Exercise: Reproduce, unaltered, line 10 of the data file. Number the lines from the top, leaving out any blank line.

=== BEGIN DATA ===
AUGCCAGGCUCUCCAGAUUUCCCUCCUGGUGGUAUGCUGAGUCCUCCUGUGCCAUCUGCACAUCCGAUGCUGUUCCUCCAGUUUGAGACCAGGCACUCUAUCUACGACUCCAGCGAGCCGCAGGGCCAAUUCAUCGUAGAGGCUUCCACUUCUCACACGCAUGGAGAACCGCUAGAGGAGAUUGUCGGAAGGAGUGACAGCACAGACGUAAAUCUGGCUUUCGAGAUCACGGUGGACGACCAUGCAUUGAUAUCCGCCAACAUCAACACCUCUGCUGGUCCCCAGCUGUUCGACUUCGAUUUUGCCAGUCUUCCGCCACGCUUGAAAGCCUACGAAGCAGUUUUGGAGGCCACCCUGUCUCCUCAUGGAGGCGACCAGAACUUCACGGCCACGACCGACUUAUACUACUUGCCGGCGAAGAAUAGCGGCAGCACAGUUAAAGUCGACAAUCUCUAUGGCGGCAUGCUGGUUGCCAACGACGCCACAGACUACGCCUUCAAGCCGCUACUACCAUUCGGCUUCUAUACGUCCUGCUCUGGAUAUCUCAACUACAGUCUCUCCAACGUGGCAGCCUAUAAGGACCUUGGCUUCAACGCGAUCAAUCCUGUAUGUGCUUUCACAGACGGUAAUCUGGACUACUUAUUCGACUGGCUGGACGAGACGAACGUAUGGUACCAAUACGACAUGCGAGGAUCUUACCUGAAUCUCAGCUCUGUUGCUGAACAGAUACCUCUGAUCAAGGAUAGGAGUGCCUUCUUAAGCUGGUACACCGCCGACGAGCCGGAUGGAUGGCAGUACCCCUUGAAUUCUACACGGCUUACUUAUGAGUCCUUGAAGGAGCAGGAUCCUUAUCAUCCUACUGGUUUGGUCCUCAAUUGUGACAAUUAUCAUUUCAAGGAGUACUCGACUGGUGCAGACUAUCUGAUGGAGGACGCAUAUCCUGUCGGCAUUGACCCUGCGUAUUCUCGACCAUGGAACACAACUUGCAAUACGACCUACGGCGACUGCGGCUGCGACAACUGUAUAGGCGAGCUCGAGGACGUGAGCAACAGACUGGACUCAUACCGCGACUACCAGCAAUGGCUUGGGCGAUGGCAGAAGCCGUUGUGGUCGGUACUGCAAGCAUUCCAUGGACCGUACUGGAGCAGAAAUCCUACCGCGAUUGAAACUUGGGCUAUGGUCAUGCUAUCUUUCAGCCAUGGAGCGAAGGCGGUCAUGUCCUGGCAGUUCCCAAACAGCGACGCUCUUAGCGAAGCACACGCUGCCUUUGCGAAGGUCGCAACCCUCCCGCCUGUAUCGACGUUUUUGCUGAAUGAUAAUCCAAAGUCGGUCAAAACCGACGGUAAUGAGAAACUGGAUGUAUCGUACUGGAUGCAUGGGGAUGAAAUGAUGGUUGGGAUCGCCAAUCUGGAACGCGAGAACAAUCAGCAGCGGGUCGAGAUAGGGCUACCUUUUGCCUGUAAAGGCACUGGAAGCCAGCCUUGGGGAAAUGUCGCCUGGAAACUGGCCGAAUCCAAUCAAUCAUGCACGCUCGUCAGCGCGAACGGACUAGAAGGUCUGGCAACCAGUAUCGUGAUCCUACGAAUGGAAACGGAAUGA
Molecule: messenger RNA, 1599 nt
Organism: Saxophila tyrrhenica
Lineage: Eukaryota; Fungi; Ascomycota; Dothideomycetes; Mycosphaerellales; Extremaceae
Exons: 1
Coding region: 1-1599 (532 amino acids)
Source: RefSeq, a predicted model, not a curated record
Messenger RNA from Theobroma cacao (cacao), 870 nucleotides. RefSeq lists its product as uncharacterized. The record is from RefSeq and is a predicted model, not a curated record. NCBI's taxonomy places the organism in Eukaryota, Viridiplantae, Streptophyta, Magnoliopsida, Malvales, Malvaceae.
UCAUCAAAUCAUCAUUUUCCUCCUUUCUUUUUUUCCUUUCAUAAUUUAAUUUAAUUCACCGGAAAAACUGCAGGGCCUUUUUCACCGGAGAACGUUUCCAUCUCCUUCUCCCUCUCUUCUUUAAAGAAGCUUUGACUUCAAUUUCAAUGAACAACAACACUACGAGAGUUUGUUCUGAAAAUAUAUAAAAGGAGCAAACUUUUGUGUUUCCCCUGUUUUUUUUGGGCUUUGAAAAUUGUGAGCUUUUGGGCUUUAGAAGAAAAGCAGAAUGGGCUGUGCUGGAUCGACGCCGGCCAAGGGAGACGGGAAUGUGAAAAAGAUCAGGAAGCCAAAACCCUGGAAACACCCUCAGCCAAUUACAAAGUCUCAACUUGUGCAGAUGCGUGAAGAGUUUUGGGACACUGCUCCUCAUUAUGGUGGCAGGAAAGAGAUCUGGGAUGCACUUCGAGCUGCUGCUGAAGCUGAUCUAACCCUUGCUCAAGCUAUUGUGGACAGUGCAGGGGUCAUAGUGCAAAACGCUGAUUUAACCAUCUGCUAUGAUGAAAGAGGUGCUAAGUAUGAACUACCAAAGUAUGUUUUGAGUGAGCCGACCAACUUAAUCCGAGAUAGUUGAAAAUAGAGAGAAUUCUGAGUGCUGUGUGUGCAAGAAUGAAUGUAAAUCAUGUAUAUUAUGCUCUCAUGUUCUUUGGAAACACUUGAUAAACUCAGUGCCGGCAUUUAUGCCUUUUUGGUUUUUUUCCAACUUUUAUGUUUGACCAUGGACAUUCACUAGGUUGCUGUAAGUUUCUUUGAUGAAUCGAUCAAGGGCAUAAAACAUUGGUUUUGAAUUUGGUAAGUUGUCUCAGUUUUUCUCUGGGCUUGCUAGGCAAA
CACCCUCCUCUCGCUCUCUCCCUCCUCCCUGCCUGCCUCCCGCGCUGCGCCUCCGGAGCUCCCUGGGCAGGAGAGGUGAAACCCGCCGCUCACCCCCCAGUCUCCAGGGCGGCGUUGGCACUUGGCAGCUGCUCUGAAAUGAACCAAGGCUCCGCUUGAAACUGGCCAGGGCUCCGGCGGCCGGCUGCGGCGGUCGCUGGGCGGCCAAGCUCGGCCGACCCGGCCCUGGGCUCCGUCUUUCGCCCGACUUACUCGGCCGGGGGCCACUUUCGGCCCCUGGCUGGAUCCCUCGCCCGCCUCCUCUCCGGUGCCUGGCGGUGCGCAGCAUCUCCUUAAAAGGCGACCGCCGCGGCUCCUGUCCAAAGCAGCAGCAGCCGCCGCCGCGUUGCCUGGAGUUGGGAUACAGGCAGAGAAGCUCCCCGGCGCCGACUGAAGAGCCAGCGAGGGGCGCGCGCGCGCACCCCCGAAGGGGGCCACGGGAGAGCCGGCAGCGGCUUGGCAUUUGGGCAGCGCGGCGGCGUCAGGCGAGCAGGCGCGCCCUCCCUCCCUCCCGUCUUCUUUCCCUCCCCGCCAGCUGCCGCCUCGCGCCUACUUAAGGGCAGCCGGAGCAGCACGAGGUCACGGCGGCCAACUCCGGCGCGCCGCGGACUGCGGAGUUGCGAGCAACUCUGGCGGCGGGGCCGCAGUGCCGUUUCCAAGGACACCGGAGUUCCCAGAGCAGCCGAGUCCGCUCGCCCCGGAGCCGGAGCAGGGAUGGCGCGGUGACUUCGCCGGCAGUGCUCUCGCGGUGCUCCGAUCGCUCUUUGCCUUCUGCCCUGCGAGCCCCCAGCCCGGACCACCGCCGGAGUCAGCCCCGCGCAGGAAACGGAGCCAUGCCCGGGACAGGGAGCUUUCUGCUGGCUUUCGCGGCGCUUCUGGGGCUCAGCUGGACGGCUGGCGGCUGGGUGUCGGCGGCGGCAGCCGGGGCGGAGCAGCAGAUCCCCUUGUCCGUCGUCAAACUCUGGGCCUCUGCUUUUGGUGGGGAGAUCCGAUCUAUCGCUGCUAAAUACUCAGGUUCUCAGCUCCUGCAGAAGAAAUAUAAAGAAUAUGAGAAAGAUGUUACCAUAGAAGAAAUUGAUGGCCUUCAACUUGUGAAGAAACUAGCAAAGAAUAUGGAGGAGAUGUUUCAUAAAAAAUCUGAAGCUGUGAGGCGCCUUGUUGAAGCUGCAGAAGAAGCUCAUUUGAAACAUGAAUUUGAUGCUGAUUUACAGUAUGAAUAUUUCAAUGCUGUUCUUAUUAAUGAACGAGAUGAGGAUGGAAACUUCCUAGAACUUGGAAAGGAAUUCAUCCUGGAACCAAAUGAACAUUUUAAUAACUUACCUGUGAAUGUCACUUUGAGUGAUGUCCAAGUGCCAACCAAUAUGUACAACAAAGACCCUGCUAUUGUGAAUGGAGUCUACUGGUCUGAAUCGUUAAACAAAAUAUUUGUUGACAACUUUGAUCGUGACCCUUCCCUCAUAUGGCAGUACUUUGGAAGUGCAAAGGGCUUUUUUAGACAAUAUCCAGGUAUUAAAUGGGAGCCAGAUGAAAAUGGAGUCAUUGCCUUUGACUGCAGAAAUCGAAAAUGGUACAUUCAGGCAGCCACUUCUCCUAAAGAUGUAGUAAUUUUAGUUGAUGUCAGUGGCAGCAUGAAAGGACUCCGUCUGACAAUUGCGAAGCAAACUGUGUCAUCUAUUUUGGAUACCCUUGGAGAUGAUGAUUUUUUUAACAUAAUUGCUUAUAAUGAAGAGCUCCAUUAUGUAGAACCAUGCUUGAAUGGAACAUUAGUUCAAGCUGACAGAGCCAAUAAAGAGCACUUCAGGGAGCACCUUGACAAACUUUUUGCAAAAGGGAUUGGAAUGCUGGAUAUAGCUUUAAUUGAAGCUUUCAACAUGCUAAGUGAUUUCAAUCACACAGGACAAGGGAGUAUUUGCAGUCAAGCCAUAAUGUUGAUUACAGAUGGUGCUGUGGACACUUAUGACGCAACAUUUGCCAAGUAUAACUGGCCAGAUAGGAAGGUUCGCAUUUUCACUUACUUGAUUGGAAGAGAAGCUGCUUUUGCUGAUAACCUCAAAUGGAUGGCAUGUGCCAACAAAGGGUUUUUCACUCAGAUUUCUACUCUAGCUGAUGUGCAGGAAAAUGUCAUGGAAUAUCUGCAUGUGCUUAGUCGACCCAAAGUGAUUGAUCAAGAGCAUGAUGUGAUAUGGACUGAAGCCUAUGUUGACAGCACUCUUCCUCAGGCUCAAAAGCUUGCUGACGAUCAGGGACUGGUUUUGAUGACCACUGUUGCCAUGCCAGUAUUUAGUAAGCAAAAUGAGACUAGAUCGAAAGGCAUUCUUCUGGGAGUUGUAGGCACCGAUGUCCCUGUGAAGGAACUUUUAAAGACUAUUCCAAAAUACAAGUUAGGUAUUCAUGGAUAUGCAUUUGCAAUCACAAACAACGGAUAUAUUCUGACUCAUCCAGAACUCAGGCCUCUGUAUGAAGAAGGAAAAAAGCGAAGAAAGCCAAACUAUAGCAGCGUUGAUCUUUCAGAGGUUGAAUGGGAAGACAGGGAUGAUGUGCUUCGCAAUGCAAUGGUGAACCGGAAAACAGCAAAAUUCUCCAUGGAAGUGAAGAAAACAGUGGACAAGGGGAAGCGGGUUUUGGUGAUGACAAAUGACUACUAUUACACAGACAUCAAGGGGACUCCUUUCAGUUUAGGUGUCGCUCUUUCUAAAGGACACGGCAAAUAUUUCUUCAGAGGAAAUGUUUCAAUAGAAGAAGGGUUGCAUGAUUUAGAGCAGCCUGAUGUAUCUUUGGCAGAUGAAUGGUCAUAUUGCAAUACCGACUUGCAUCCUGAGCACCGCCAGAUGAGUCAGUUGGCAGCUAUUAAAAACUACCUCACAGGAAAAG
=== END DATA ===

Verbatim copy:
CACCCUCCUCUCGCUCUCUCCCUCCUCCCUGCCUGCCUCCCGCGCUGCGCCUCCGGAGCUCCCUGGGCAGGAGAGGUGAAACCCGCCGCUCACCCCCCAGUCUCCAGGGCGGCGUUGGCACUUGGCAGCUGCUCUGAAAUGAACCAAGGCUCCGCUUGAAACUGGCCAGGGCUCCGGCGGCCGGCUGCGGCGGUCGCUGGGCGGCCAAGCUCGGCCGACCCGGCCCUGGGCUCCGUCUUUCGCCCGACUUACUCGGCCGGGGGCCACUUUCGGCCCCUGGCUGGAUCCCUCGCCCGCCUCCUCUCCGGUGCCUGGCGGUGCGCAGCAUCUCCUUAAAAGGCGACCGCCGCGGCUCCUGUCCAAAGCAGCAGCAGCCGCCGCCGCGUUGCCUGGAGUUGGGAUACAGGCAGAGAAGCUCCCCGGCGCCGACUGAAGAGCCAGCGAGGGGCGCGCGCGCGCACCCCCGAAGGGGGCCACGGGAGAGCCGGCAGCGGCUUGGCAUUUGGGCAGCGCGGCGGCGUCAGGCGAGCAGGCGCGCCCUCCCUCCCUCCCGUCUUCUUUCCCUCCCCGCCAGCUGCCGCCUCGCGCCUACUUAAGGGCAGCCGGAGCAGCACGAGGUCACGGCGGCCAACUCCGGCGCGCCGCGGACUGCGGAGUUGCGAGCAACUCUGGCGGCGGGGCCGCAGUGCCGUUUCCAAGGACACCGGAGUUCCCAGAGCAGCCGAGUCCGCUCGCCCCGGAGCCGGAGCAGGGAUGGCGCGGUGACUUCGCCGGCAGUGCUCUCGCGGUGCUCCGAUCGCUCUUUGCCUUCUGCCCUGCGAGCCCCCAGCCCGGACCACCGCCGGAGUCAGCCCCGCGCAGGAAACGGAGCCAUGCCCGGGACAGGGAGCUUUCUGCUGGCUUUCGCGGCGCUUCUGGGGCUCAGCUGGACGGCUGGCGGCUGGGUGUCGGCGGCGGCAGCCGGGGCGGAGCAGCAGAUCCCCUUGUCCGUCGUCAAACUCUGGGCCUCUGCUUUUGGUGGGGAGAUCCGAUCUAUCGCUGCUAAAUACUCAGGUUCUCAGCUCCUGCAGAAGAAAUAUAAAGAAUAUGAGAAAGAUGUUACCAUAGAAGAAAUUGAUGGCCUUCAACUUGUGAAGAAACUAGCAAAGAAUAUGGAGGAGAUGUUUCAUAAAAAAUCUGAAGCUGUGAGGCGCCUUGUUGAAGCUGCAGAAGAAGCUCAUUUGAAACAUGAAUUUGAUGCUGAUUUACAGUAUGAAUAUUUCAAUGCUGUUCUUAUUAAUGAACGAGAUGAGGAUGGAAACUUCCUAGAACUUGGAAAGGAAUUCAUCCUGGAACCAAAUGAACAUUUUAAUAACUUACCUGUGAAUGUCACUUUGAGUGAUGUCCAAGUGCCAACCAAUAUGUACAACAAAGACCCUGCUAUUGUGAAUGGAGUCUACUGGUCUGAAUCGUUAAACAAAAUAUUUGUUGACAACUUUGAUCGUGACCCUUCCCUCAUAUGGCAGUACUUUGGAAGUGCAAAGGGCUUUUUUAGACAAUAUCCAGGUAUUAAAUGGGAGCCAGAUGAAAAUGGAGUCAUUGCCUUUGACUGCAGAAAUCGAAAAUGGUACAUUCAGGCAGCCACUUCUCCUAAAGAUGUAGUAAUUUUAGUUGAUGUCAGUGGCAGCAUGAAAGGACUCCGUCUGACAAUUGCGAAGCAAACUGUGUCAUCUAUUUUGGAUACCCUUGGAGAUGAUGAUUUUUUUAACAUAAUUGCUUAUAAUGAAGAGCUCCAUUAUGUAGAACCAUGCUUGAAUGGAACAUUAGUUCAAGCUGACAGAGCCAAUAAAGAGCACUUCAGGGAGCACCUUGACAAACUUUUUGCAAAAGGGAUUGGAAUGCUGGAUAUAGCUUUAAUUGAAGCUUUCAACAUGCUAAGUGAUUUCAAUCACACAGGACAAGGGAGUAUUUGCAGUCAAGCCAUAAUGUUGAUUACAGAUGGUGCUGUGGACACUUAUGACGCAACAUUUGCCAAGUAUAACUGGCCAGAUAGGAAGGUUCGCAUUUUCACUUACUUGAUUGGAAGAGAAGCUGCUUUUGCUGAUAACCUCAAAUGGAUGGCAUGUGCCAACAAAGGGUUUUUCACUCAGAUUUCUACUCUAGCUGAUGUGCAGGAAAAUGUCAUGGAAUAUCUGCAUGUGCUUAGUCGACCCAAAGUGAUUGAUCAAGAGCAUGAUGUGAUAUGGACUGAAGCCUAUGUUGACAGCACUCUUCCUCAGGCUCAAAAGCUUGCUGACGAUCAGGGACUGGUUUUGAUGACCACUGUUGCCAUGCCAGUAUUUAGUAAGCAAAAUGAGACUAGAUCGAAAGGCAUUCUUCUGGGAGUUGUAGGCACCGAUGUCCCUGUGAAGGAACUUUUAAAGACUAUUCCAAAAUACAAGUUAGGUAUUCAUGGAUAUGCAUUUGCAAUCACAAACAACGGAUAUAUUCUGACUCAUCCAGAACUCAGGCCUCUGUAUGAAGAAGGAAAAAAGCGAAGAAAGCCAAACUAUAGCAGCGUUGAUCUUUCAGAGGUUGAAUGGGAAGACAGGGAUGAUGUGCUUCGCAAUGCAAUGGUGAACCGGAAAACAGCAAAAUUCUCCAUGGAAGUGAAGAAAACAGUGGACAAGGGGAAGCGGGUUUUGGUGAUGACAAAUGACUACUAUUACACAGACAUCAAGGGGACUCCUUUCAGUUUAGGUGUCGCUCUUUCUAAAGGACACGGCAAAUAUUUCUUCAGAGGAAAUGUUUCAAUAGAAGAAGGGUUGCAUGAUUUAGAGCAGCCUGAUGUAUCUUUGGCAGAUGAAUGGUCAUAUUGCAAUACCGACUUGCAUCCUGAGCACCGCCAGAUGAGUCAGUUGGCAGCUAUUAAAAACUACCUCACAGGAAAAG